A reflection on genre, part 2: Realism Rules
by Mike Johnson
THE REALISTS AND THE FABULISTS
Imagine that The Luminaries by Eleanor Catton was not set in NZ’s past but in a post-apocalyptic future. Same character set, same writing skills, same story but adapted. Not only would it not have won a Booker, it would probably not have been published in the first place.
Why is this? Why should one genre be privileged over another? Because serious writers deal with the real world, not imaginary worlds. The past is an aspect of the real. It happened. It has been documented. Stories can be woven from it. The future, on the other hand, is unreal. It hasn’t happened yet. It is speculative. The same applies to parallel worlds and any fantasy worlds: they don’t exist. In contrast to the past they are unreal, and therefore hardly worthy of our attention. Why bother with silly fantasies when you can write about real things?
And so literary snobbery is born, and judgements are made on the basis of what is real and what is not. Or rather, shouldn’t that be, what is perceived to be real?
Did this same realism not usher in the great age of subjective literature in which reality itself is swallowed within a character’s point of view?
Mainstream literature does not necessarily see itself as just another genre. It may see itself as above and beyond genre. Genre is identified with escapism, shallowness, pulp: the writing of such works is at heart a childish pastime. The real world is for real, grown-up writers; the rest is just wish fulfilment. The modernist reaction to Tolkien’s Lord of the Rings exemplifies that attitude. “Juvenile balderdash” thundered the American critic Edmund Wilson from his high castle of modernism (see: “Oo, those awful Orcs“), and in 1961 Philip Toynbee wrote, somewhat prematurely, that it had ‘passed into a merciful oblivion.’ Although she had never read The Lord of the Rings, Germaine Greer wrote: “it has been my nightmare that Tolkien would turn out to be the most influential writer of the twentieth century. The bad dream has materialized.” (citation lacking for this quote)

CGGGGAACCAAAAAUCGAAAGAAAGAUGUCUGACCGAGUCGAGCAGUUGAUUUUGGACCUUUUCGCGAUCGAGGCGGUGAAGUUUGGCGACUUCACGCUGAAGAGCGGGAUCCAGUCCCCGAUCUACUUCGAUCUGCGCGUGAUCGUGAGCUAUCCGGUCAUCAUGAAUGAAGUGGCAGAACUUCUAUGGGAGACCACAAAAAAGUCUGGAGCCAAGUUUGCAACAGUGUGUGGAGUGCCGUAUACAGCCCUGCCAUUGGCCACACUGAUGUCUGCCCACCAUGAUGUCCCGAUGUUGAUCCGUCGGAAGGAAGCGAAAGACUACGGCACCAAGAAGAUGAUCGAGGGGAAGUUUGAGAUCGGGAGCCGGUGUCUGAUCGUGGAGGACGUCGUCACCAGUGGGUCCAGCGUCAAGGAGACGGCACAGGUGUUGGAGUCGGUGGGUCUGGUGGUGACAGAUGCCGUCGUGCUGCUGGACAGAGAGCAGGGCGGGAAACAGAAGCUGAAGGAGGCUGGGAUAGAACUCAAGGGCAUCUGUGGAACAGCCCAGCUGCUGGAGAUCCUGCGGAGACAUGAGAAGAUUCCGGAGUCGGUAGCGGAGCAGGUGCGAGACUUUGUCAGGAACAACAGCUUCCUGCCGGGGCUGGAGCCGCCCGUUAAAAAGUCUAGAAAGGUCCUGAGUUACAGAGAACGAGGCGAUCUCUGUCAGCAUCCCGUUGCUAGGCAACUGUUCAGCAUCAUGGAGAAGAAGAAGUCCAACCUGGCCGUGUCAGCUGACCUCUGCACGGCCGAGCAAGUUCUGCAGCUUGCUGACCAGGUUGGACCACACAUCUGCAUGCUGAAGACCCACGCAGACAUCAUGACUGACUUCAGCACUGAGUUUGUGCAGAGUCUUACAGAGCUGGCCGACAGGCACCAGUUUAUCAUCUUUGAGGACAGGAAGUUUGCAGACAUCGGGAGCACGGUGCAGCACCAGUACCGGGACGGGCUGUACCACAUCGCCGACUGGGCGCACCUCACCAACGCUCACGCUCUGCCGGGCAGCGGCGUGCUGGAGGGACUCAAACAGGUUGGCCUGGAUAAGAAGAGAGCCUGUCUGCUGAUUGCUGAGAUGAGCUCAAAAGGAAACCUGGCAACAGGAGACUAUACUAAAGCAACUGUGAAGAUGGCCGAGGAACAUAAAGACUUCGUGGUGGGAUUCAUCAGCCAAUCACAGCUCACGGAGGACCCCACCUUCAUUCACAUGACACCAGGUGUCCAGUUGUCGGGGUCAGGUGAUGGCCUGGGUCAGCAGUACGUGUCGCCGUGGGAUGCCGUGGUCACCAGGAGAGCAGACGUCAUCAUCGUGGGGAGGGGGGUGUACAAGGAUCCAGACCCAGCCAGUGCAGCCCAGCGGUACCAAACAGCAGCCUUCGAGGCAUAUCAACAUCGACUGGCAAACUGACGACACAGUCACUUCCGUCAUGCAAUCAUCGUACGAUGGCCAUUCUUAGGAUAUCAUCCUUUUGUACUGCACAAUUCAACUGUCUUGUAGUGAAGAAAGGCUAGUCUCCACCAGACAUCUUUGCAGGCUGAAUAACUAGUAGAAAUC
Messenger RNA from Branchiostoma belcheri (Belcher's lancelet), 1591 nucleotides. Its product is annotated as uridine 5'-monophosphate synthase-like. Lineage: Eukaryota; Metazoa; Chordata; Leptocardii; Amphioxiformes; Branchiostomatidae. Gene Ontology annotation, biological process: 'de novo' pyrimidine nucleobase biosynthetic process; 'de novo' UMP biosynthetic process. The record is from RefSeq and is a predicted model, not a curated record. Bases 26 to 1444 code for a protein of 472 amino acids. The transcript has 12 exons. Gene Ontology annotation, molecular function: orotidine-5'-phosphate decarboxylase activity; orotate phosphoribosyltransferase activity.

This conflict between the realists and the fabulists is not new. Despite literature’s deep roots in myth, legend, fairy-tale, scripture and dream, the realist drive quickly attempted to establish itself as the norm: declare itself to be ‘the mainstream’. In 1846, Belinsky (the Edmund Wilson of his day) commented on Dostoevsky’s second novel: ‘[The Double] suffers from another important defect: its fantastic setting. In our day the fantastic can have a place only in madhouses, but not in literature, being the business of doctors, not poets.’ Quoted in Joseph Frank’s Dostoevsky – A writer in his time. So, even this early on we have the argument in a nutshell: you are either a realist or you are insane.
While ideological differences may lurk beneath the surface of the realist versus the fabulist approach to writing, I suspect that it has a lot to do with the varying personalities of the writers. In the same way, some writers will write only from their own experience and others will not. If it weren’t for the often mutual intolerance, we might be able to simply celebrate the great diversity of styles and approaches that constitute fiction.
REALISM AS ARTIFICE
But is literary realism itself a contrivance? Certainly, attempts to define it raise more questions than they answer. Here’s a typical attempt by Wikipedia: “Literary realism, in contrast to idealism, attempts to represent familiar things as they are. Realist authors chose to depict everyday and banal activities and experiences, instead of using a romanticized or similarly stylized presentation.”
This definition is besieged with problems. What does it mean to ‘represent familiar things as they are? Doesn’t that mean, as they appear (to the protagonist) to be?